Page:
Although I wasn’t going to be doing much of it, the Great Alpine Road had to be done on the Grom. I love this stretch of road, which extends from Wangaratta on the Hume Highway intersection, all the way out towards the eastern coast at around Bairnsdale.
Agriculture and tourism is a big part of the economy along this route. Highly fertile soil allows for farming to thrive in the western part of the region, while the snow and its skiing offerings during the winter season is a major attraction for the tourism industry.
I’ve only gone down as far as Myrtleford on the Great Alpine Road this time with the Grom, due to the lack of time to go any further. The dimming daylight also reminded me that my headlights aren’t suitable at all for night rides, particularly in this region where streetlights are non-existent.
Mountains and hills surround this quiet and tidy village at Myrtleford. Timber logging is a considerable part of the economy here. Barren, stump-dotted hills are distinguishable against the otherwise lush forests like a person’s shaved mohawk. Many of these logged hills were particularly enticing, especially with the dirt tracks and trails that have been dug up by heavy machinery. What would Steve McQueen do across these vast hills and plains?
As dusk crept in to the landscape, it was time for me to head north from Myrtleford towards Albury. The most direct route out of Myrtleford was a road that was labelled as the Happy Valley tourist drive. The sky looked pretty with its pink hue but we’ll see how happy I remain, as I try to see my way around the many corners that await me for the night with those horrible Grom headlights.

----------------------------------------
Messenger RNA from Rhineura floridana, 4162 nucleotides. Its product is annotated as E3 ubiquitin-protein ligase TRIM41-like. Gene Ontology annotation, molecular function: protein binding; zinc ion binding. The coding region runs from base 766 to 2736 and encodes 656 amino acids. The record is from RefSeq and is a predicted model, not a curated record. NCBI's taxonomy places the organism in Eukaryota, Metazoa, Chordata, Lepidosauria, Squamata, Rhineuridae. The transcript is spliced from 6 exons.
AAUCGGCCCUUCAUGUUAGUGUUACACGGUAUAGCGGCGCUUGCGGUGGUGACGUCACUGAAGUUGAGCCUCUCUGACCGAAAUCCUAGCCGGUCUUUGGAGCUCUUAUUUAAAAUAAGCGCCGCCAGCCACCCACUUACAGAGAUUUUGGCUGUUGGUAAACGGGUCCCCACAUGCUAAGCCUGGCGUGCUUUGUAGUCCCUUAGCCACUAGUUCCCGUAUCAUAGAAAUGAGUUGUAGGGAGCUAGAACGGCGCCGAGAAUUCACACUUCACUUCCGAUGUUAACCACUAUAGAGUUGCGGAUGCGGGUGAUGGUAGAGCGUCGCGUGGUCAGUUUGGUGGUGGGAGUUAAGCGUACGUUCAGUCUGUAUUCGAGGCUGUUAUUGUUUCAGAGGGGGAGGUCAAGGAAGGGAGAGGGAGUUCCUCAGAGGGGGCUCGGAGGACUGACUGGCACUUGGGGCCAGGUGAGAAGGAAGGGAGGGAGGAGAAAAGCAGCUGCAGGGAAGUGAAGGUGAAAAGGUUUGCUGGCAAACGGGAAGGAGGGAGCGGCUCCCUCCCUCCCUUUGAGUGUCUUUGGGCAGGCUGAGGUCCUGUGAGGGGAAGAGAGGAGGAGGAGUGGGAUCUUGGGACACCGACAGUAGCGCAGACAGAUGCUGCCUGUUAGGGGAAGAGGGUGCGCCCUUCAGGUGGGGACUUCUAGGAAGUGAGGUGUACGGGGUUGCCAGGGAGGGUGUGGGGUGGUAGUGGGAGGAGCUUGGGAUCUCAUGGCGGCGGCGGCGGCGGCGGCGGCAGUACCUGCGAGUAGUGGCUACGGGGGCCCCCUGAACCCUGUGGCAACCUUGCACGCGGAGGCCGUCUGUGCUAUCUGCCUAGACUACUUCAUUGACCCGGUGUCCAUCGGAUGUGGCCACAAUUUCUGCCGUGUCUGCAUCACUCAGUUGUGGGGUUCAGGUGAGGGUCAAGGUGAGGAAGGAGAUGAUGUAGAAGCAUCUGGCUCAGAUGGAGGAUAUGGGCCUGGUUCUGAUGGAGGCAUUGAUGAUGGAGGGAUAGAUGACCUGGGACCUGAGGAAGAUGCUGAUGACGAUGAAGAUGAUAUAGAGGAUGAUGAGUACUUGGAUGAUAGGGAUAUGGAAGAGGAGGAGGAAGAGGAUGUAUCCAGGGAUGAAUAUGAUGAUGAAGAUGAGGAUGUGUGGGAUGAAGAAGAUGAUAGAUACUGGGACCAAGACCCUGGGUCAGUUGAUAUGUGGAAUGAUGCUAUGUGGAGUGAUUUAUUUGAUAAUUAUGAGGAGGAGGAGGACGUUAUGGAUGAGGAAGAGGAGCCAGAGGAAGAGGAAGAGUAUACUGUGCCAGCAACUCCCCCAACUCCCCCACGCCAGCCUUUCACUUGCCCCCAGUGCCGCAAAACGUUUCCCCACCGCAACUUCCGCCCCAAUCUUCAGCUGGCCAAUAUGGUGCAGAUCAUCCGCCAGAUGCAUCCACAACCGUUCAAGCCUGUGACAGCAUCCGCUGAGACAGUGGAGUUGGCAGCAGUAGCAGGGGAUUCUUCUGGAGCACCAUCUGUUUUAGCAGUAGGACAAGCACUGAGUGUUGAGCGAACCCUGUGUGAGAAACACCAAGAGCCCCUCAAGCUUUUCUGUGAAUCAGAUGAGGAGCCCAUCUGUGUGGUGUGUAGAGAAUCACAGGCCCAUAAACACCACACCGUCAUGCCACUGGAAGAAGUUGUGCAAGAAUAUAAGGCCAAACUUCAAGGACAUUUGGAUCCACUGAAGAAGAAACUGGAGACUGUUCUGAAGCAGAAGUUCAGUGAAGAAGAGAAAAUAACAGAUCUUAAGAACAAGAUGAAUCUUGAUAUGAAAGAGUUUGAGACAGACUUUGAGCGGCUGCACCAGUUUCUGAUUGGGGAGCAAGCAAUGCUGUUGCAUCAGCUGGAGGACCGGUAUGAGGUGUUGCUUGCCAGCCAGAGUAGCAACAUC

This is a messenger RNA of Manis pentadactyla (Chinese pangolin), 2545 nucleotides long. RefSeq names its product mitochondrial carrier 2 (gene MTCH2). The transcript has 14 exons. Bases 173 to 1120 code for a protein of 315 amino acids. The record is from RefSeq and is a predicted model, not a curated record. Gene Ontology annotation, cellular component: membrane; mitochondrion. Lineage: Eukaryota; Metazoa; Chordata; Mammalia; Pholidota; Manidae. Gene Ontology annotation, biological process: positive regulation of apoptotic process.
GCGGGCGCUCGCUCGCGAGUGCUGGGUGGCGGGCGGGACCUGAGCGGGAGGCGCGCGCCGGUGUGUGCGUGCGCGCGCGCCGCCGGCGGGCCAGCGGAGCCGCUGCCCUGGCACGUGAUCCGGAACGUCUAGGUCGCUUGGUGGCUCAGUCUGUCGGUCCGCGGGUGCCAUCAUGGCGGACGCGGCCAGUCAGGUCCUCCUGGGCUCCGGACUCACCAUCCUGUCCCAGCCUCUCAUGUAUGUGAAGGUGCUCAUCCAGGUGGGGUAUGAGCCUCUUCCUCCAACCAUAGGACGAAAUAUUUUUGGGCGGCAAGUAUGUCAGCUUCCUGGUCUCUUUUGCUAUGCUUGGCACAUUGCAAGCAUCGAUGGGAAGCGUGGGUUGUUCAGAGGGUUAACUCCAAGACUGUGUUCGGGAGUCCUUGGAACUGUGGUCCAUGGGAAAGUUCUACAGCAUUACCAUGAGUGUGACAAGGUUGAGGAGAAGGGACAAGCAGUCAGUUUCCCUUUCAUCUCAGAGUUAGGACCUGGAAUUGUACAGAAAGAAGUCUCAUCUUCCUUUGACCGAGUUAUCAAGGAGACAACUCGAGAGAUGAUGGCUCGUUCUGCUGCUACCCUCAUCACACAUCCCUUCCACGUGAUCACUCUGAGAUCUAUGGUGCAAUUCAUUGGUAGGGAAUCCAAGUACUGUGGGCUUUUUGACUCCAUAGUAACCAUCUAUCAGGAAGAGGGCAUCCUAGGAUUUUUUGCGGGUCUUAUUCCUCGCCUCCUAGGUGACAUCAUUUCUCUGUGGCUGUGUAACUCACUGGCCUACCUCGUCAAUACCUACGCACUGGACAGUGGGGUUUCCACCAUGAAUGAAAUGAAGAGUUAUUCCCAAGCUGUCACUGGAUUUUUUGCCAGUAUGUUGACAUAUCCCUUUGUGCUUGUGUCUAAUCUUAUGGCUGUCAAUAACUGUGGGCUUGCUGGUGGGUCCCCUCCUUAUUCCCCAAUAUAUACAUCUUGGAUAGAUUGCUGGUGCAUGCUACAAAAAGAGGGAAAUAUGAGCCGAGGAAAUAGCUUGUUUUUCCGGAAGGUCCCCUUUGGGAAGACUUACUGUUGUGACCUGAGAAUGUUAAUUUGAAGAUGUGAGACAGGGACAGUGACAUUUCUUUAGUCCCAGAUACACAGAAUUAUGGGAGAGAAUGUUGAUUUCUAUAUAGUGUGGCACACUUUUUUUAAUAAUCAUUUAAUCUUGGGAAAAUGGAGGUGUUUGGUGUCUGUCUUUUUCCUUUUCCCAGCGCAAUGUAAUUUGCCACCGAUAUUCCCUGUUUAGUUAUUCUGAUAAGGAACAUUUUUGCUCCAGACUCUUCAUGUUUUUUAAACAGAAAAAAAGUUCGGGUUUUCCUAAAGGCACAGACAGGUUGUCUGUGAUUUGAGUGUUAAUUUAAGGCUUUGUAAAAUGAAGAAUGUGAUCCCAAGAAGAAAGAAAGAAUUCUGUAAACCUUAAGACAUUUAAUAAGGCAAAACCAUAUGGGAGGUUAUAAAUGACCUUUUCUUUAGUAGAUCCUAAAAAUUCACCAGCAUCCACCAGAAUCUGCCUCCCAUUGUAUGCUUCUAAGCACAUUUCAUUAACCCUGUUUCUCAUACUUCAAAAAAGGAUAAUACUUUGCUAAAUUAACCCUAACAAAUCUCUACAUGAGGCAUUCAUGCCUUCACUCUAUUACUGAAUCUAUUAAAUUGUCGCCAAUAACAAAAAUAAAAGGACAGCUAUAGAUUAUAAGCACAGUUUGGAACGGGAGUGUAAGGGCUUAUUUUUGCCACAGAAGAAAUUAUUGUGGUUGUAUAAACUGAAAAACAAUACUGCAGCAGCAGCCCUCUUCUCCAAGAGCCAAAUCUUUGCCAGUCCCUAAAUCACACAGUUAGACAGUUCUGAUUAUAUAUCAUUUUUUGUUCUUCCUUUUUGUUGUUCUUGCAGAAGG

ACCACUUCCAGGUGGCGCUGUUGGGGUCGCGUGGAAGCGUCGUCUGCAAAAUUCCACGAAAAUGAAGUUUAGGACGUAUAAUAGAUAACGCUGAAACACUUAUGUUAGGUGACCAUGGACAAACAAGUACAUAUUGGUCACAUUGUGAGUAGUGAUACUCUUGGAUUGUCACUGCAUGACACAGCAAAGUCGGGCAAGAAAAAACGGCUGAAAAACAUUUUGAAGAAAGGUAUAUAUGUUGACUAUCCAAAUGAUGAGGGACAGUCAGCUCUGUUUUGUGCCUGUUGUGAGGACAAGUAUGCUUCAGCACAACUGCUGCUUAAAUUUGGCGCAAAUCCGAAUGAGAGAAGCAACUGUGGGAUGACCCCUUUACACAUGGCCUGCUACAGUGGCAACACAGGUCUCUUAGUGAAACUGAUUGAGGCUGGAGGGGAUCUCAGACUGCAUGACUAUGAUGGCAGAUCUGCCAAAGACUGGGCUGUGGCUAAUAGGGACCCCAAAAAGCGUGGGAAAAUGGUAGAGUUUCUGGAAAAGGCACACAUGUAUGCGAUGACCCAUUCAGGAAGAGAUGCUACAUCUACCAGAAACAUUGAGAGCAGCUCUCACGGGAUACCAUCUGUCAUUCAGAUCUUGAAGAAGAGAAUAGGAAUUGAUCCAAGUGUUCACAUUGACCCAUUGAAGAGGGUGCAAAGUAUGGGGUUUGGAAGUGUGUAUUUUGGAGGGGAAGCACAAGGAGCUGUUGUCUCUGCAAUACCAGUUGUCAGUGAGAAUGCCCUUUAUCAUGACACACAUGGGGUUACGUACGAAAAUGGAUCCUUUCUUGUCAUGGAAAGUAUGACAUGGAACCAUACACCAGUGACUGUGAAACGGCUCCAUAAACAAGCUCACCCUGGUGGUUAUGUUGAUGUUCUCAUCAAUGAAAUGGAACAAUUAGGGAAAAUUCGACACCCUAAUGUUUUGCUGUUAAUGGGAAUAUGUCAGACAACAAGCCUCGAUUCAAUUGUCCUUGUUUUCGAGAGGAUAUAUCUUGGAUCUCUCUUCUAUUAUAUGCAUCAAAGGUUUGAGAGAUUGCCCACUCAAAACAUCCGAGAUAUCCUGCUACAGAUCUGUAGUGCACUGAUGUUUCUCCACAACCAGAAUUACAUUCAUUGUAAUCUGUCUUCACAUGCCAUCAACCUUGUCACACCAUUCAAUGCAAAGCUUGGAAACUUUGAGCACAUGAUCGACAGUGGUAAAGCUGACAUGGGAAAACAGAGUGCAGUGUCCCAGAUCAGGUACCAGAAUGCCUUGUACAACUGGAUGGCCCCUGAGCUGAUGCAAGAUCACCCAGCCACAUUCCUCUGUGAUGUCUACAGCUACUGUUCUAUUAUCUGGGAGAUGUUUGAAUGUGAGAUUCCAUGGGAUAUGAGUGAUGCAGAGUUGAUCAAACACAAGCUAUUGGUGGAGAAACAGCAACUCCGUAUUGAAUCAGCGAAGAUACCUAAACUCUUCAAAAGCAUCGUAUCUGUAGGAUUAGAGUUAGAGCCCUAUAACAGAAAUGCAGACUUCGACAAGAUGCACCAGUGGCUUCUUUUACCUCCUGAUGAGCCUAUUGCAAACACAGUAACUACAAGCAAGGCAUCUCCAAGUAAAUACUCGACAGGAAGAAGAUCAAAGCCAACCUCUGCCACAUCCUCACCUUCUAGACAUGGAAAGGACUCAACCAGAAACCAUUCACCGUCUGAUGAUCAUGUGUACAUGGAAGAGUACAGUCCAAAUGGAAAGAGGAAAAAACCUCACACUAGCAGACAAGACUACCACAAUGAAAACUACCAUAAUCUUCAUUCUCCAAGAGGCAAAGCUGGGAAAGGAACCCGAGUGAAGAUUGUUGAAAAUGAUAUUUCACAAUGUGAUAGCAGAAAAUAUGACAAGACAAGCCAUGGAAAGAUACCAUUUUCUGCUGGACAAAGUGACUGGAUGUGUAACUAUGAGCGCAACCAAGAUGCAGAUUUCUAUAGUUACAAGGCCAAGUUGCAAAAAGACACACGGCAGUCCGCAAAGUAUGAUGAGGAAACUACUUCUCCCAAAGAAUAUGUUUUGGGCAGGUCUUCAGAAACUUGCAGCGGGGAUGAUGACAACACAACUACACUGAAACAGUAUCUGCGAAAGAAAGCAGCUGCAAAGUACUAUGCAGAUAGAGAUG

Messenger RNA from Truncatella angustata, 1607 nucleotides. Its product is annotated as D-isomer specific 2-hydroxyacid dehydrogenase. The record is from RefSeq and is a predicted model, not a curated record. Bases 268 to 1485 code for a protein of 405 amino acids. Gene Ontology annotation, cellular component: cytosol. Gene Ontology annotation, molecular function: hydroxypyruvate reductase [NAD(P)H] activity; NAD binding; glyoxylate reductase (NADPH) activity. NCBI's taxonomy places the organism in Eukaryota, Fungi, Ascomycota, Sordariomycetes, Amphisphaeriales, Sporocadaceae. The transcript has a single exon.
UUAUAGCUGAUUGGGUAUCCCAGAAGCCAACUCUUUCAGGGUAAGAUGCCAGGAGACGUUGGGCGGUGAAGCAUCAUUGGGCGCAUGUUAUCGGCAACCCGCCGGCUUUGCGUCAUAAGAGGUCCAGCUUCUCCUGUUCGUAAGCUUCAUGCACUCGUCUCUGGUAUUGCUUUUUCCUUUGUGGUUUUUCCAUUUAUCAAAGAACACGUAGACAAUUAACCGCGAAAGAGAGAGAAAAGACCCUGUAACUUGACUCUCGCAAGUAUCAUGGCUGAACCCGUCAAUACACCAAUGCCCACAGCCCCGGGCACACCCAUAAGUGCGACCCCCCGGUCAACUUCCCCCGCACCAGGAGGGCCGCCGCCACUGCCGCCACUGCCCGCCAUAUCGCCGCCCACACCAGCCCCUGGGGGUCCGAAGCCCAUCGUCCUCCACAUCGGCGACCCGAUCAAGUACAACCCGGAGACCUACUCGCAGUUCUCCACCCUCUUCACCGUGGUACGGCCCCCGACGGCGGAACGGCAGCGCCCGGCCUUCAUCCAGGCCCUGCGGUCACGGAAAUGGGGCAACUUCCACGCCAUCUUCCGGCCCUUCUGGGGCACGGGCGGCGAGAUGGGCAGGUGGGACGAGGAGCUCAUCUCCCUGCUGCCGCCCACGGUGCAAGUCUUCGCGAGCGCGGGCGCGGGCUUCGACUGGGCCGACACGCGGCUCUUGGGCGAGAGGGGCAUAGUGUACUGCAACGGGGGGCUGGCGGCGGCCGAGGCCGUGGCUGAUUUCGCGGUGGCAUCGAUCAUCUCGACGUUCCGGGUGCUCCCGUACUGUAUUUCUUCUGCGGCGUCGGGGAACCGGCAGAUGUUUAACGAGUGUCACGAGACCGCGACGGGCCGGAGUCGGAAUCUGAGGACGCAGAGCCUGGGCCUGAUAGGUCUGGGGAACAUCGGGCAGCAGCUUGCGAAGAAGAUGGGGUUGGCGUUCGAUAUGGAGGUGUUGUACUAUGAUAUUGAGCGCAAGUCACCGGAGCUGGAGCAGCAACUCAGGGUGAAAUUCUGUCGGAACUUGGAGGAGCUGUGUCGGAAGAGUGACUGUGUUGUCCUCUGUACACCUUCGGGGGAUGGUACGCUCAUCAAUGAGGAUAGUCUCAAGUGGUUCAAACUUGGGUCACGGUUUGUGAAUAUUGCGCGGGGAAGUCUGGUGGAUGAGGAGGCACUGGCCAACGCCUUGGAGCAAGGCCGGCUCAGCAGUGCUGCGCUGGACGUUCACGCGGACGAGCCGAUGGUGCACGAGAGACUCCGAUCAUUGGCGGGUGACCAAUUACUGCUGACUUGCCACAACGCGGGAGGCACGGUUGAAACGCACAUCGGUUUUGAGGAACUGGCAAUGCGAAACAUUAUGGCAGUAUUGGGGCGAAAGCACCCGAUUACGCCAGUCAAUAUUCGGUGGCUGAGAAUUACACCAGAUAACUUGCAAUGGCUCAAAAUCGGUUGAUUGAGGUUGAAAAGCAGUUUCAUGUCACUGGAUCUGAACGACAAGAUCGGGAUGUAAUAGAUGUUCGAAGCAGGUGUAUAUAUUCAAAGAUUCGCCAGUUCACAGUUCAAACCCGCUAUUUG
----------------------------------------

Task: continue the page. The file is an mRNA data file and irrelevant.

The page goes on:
The rolling countryside is a soothing sight for the traveller, and it’s no different in this part of the state. Endlessly flowing curves make it a hoot for a rider on a large adventure bike. The Multistrada was made for these sort of roads. But not the Grom, no. Not when I’m constantly abusing the throttle just to maintain my pace to try and maximise the remaining light that was on offer by the sinking sun.
Inevitably, night time arrived. The headlights on the Grom are just nowhere near the required coverage for night-time country touring. If I thought the Panigale was pretty bad, as mentioned in Day 9 of the Panigale Around Australia road trip, the Grom is lethal. You really can’t see anything apart from what is directly metres in front of you, which is absolutely useless when you’re actually riding the darn thing. I may as well be riding with a walking cane designed for the vision-impaired, feeling my way along the empty country road.
Eventually, I made it safely past Albury through the night, and set up camp on a roadside rest stop. Stars are always an incredible thing to behold, outside the big cities. Without the billions of little crystal ornaments of the universe above, my country night rides would not even be remotely as interesting. A night without stars is like a cream chicken soup without croutons, or a Caesar salad without Parmesan cheese. They truly make my night; a cherry on the top over my road trips.
Basic Statistics for the day:
- Route: Melbourne, Wangaratta, Myrtleford, Kiewa, Albury
- Total distance: 480km
- Range of ambient temperature: 19°C to 27°C
Expenses for the day:
General map route: